Trinity Mirror has announced that Birmingham Mail editor Steve Dyson and Birmingham Post editor Marc Reeves will step down from their roles by the end of the year, as part of wider changes at BPM Media.
Dave Brookes, Coventry Telegraph editor, has been named as editor-in-chief across all BPM titles (Post, Mail, Telegraph and Sunday Mercury) and as editor of the Birmingham Mail.
The changes, which are the result of a consultation at Trinity’s Birmingham division, will include:
The Post going weekly
A risk of approximately 40 editorial redundancies
A further 42 redundancies from the transport, distribution and newspaper sales departments
Further to Trinity Mirror’s announcement that the Birmingham Post could become a weekly and the Birmingham Mail could be produced overnight, the National Union of Journalists has issued a statement condemning more job cuts at the Midlands titles.
Jeremy Dear, NUJ general secretary, said:
“Trinity Mirror managers have been shown to be irresponsible with regard to the truth and their attitude to their newspapers and the communities they serve.
“The union will fight to defend the jobs of journalists and the future of the Post.”
Earlier this afternoon the National Union of Journalists announced that strike action will no longer take place at Trinity Mirror’s Birmingham-based titles after the NUJ chapels ‘secured an agreement for no compulsory redundancies’.
Twenty-four hour industrial action had originally been planned to take place on Thursday.
The National Union of Journalists announced yesterday that its members at Trinity Mirror titles in Birmingham have ‘unanimously passed a motion of no confidence in the company’s management of its regional titles.’ NUJ members at the Birmingham titles are currently balloting for action, following the announcement of job cuts and closure of weekly titles.
Trinity Mirror responded in a statement, accusing the NUJ of undermining efforts for the two parties to work together.
“This is yet another publicity-grabbing stunt by the NUJ which, once again, does absolutely nothing to address the commercial challenges facing our Midlands businesses and completely undermines their claims to be working constructively with us,” said Georgina Harvey, managing director at Trinity Mirror Regionals.
“A point further proved by the fact that, to date, we haven’t received a letter from the NUJ themselves and have only been made aware of its existence by the trade media.
“The NUJ’s constant claim that we are making cuts in the pursuit of short term profit is frankly laughable and insulting. The bottom line is the Midlands business is no longer profitable – it’s running at a loss. Our first priority has to be to stop the losses and reverse the trend. That will involve some hard choices; difficult decisions but necessary ones if we are to save our businesses in the Midlands.”
The National Union of Journalists announced today that its members at Trinity Mirror in Birmingham have ‘unanimously passed a motion of no confidence in the company’s management of its regional titles.’
The motion was agreed by the chapels from the Birmingham Post, Mail, Sunday Mercury and Midlands Weekly Media, it said in a release.
“The big newspaper companies are following a policy of slash and burn – and the people who work there have had enough,” said Chris Morley, NUJ Northern organiser and a former father of the Post and Mail chapel.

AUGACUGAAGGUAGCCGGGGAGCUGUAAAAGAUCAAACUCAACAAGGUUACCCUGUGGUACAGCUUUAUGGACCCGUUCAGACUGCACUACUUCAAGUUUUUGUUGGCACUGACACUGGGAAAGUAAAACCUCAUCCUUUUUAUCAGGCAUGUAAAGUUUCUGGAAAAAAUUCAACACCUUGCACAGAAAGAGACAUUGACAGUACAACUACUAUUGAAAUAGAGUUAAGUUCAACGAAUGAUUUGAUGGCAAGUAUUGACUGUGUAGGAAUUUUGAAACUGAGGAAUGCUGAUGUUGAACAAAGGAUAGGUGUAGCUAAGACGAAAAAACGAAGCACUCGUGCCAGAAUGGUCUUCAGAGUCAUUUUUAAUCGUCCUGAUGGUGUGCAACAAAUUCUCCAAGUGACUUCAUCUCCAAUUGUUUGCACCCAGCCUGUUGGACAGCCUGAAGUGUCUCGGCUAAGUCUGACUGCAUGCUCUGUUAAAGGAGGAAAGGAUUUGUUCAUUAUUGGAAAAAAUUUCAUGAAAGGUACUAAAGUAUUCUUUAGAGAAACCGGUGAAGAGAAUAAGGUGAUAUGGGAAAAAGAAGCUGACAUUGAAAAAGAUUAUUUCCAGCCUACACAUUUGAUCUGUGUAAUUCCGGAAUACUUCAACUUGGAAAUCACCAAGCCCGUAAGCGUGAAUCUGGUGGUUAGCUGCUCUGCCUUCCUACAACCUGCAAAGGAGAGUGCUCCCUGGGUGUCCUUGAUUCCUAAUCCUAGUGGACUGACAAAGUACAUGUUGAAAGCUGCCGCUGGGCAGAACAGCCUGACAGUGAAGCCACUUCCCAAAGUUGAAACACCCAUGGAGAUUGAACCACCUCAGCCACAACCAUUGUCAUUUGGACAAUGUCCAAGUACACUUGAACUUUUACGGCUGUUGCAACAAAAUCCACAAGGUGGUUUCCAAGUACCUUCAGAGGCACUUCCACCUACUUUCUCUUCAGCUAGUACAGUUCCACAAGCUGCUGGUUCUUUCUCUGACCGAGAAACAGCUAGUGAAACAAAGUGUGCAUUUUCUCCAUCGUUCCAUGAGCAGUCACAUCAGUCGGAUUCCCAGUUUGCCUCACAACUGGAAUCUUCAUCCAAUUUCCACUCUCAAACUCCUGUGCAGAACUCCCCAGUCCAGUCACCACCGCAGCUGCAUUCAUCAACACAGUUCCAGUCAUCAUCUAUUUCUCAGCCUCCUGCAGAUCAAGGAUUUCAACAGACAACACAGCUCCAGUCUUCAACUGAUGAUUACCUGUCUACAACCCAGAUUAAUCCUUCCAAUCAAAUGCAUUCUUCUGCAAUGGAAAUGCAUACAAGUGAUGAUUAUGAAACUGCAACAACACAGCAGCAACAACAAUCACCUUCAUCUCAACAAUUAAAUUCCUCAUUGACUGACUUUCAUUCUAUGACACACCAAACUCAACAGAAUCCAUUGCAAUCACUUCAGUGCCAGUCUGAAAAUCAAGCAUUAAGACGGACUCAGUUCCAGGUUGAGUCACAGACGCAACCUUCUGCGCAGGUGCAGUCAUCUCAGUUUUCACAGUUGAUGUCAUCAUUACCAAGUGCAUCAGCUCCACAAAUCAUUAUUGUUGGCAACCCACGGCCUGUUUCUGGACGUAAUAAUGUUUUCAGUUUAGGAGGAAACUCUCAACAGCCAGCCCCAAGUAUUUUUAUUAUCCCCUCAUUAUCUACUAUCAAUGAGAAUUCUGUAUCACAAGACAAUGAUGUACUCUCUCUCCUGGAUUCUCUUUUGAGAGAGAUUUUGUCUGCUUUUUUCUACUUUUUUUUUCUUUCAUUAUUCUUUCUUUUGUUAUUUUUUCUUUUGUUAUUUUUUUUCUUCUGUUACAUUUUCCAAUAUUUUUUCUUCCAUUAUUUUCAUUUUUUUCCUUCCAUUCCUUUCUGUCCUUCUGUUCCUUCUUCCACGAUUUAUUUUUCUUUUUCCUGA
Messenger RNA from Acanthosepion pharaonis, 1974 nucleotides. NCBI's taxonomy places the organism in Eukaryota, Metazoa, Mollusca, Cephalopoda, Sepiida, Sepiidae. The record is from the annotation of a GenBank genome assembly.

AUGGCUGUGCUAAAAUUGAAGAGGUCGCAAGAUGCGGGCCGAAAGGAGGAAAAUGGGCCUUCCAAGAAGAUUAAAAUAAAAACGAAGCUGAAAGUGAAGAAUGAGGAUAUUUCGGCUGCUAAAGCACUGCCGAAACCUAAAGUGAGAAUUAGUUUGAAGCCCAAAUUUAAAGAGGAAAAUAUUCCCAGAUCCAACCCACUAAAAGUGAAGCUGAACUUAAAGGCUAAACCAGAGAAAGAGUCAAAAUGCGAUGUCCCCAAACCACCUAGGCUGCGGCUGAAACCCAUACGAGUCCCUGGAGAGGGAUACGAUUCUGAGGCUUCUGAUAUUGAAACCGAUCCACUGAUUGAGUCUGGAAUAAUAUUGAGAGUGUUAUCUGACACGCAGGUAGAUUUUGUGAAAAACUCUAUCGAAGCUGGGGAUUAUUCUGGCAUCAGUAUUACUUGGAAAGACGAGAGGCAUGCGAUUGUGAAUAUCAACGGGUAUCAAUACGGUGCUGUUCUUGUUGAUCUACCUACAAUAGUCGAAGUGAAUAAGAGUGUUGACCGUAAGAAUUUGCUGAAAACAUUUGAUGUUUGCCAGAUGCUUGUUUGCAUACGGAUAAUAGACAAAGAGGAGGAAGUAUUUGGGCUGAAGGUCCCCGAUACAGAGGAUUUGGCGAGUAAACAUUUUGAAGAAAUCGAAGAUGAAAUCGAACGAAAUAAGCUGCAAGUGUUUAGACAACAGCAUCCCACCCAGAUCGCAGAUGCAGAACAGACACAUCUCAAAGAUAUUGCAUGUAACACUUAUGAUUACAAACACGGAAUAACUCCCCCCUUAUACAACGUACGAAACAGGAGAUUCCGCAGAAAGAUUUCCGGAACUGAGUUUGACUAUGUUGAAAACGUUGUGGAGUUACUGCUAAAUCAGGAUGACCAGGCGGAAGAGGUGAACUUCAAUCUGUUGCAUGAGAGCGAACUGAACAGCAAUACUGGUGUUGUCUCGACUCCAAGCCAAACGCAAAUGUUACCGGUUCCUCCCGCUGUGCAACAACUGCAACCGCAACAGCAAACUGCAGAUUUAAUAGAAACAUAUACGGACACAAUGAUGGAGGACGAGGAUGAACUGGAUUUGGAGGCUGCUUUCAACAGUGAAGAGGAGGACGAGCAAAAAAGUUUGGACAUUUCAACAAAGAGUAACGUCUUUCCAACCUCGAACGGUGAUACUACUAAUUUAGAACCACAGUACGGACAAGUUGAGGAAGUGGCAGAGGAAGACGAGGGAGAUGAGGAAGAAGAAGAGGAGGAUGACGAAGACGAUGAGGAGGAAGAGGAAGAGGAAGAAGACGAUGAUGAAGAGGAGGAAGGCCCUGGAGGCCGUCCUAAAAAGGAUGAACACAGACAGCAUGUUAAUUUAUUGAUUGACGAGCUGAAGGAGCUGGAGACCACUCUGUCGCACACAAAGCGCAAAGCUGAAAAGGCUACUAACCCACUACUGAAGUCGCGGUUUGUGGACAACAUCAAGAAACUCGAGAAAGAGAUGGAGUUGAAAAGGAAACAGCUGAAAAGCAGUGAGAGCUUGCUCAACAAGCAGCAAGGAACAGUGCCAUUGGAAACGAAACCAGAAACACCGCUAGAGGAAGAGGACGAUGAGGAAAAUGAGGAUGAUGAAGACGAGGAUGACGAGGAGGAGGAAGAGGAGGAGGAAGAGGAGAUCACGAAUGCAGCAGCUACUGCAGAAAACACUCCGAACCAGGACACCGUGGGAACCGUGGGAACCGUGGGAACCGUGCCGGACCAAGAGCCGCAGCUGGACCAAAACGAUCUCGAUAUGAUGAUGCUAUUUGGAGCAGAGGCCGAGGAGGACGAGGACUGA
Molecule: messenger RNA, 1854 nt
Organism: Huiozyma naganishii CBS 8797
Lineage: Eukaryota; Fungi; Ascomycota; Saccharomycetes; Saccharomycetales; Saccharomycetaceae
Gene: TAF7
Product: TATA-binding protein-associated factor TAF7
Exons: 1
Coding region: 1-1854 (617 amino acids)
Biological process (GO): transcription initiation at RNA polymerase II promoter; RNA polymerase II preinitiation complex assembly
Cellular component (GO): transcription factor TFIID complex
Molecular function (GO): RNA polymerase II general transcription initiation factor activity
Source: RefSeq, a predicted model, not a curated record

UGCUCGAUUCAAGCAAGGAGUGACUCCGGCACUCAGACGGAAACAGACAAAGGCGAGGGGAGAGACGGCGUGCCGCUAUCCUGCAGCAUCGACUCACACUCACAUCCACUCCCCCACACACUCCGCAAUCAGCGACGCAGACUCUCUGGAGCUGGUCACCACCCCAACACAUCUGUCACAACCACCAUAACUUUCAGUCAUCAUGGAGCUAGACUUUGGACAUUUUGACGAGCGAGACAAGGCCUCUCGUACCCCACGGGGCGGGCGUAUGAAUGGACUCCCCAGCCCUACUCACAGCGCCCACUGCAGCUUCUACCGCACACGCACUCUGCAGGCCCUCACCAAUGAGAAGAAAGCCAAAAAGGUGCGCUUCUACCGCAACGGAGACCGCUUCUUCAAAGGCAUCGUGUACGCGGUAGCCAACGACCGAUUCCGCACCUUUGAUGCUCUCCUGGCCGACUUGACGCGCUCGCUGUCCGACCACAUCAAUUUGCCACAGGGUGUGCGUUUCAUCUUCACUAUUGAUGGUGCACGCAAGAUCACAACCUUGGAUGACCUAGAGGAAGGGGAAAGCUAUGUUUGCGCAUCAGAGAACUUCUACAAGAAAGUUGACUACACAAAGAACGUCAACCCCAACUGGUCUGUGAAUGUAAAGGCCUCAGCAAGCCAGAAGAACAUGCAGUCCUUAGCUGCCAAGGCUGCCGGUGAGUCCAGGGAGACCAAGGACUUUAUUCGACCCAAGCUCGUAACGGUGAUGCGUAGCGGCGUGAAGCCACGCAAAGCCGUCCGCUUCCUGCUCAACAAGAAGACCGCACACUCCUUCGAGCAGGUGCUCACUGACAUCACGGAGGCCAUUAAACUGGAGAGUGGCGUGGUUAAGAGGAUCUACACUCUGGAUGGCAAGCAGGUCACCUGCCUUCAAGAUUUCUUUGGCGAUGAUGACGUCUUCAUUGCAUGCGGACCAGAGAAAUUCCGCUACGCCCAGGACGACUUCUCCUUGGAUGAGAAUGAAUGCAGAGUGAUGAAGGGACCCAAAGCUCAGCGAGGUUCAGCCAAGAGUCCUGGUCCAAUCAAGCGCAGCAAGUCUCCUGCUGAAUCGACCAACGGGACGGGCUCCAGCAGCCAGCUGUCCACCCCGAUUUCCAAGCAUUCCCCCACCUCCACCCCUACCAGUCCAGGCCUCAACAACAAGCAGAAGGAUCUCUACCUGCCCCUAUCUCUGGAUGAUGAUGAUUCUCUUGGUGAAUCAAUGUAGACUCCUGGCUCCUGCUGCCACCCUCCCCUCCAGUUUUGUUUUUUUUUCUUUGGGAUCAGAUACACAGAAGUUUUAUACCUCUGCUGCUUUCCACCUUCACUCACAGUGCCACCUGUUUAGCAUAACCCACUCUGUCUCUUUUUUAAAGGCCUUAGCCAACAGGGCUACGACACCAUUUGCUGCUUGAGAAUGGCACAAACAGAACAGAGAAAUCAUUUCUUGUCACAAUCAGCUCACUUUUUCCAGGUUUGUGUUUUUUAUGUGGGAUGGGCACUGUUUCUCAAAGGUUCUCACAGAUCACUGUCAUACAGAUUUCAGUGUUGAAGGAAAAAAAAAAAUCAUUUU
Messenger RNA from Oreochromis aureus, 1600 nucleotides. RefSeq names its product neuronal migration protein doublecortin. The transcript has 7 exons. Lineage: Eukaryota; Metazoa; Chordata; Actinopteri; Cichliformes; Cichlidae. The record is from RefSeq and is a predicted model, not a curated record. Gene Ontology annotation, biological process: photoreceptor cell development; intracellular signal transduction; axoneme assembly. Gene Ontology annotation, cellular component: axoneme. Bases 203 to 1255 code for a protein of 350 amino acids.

“Trinity Mirror would rather close titles than put them up for sale – giving them the chance to survive under another owner.
“The Walsall Observer used to sell more than 30,000 copies a week. It is a much-loved local institution.”
NUJ members at the Birmingham titles are currently balloting for action, following the announcement of job cuts and closure of weekly titles.
The chapels sent this letter to Trinity Mirror chief executive Sly Bailey:
Dear Ms Bailey,
The Birmingham and Midlands NUJ Chapels find ourselves in dispute with the company over cuts and redundancies.
Regretfully the unanimous view of members is that while some difficulties are expected in a recession, the successive assaults on this business goes way beyond that and in fact continue a trend of cutbacks which began long before the economic downturn.
Therefore the BPM Media and Midlands Weekly Media chapels have unanimously backed a proposal from the floor for a vote of no confidence in Trinity Mirror’s management of its regional titles.
The motion, which will be issued to the newspaper trade media, states:
“Journalists, already having recently suffered a major round of redundancies. massive structural change and being the testing ground for new, unproven IT systems, have responded to these greater workloads and longer hours, with professionalism and much good will to ensure deadlines are met and quality is maintained.
“This has been thrown back in their faces and they have been betrayed by a management with a single aim – the pursuit of short term profit through cost reduction, asset sale and redundancy. This one-trick pony has no plan for the future and no concept of how to grow the local news, advertising and publishing business.
“Under this management we fear that within a few years there will be no Birmingham Post, Mail, Mercury and weeklies. Titles which have served communities and made profits for decades in the face of recession, depression, war, the advent of radio, television and recently the internet, are either being closed now or are in immediate danger if the present policy of cut, cut, cut continues.
“The company has accused the union of ignoring the disputes procedure in immediately calling a ballot for industrial action in the face of these cuts. However, the company broke its agreements with the recognised unions in imposing a pay freeze without negotiation or consultation at the start of this year.
“We believe closing titles such as the Walsall Observer, which has been published for more than 150 years, and proposals we believe are being considered to cut publication of the Birmingham Post and stop same day publication of the Birmingham Mail are reckless and negligent as it sends out the message that this company is failing and will scare advertisers away.”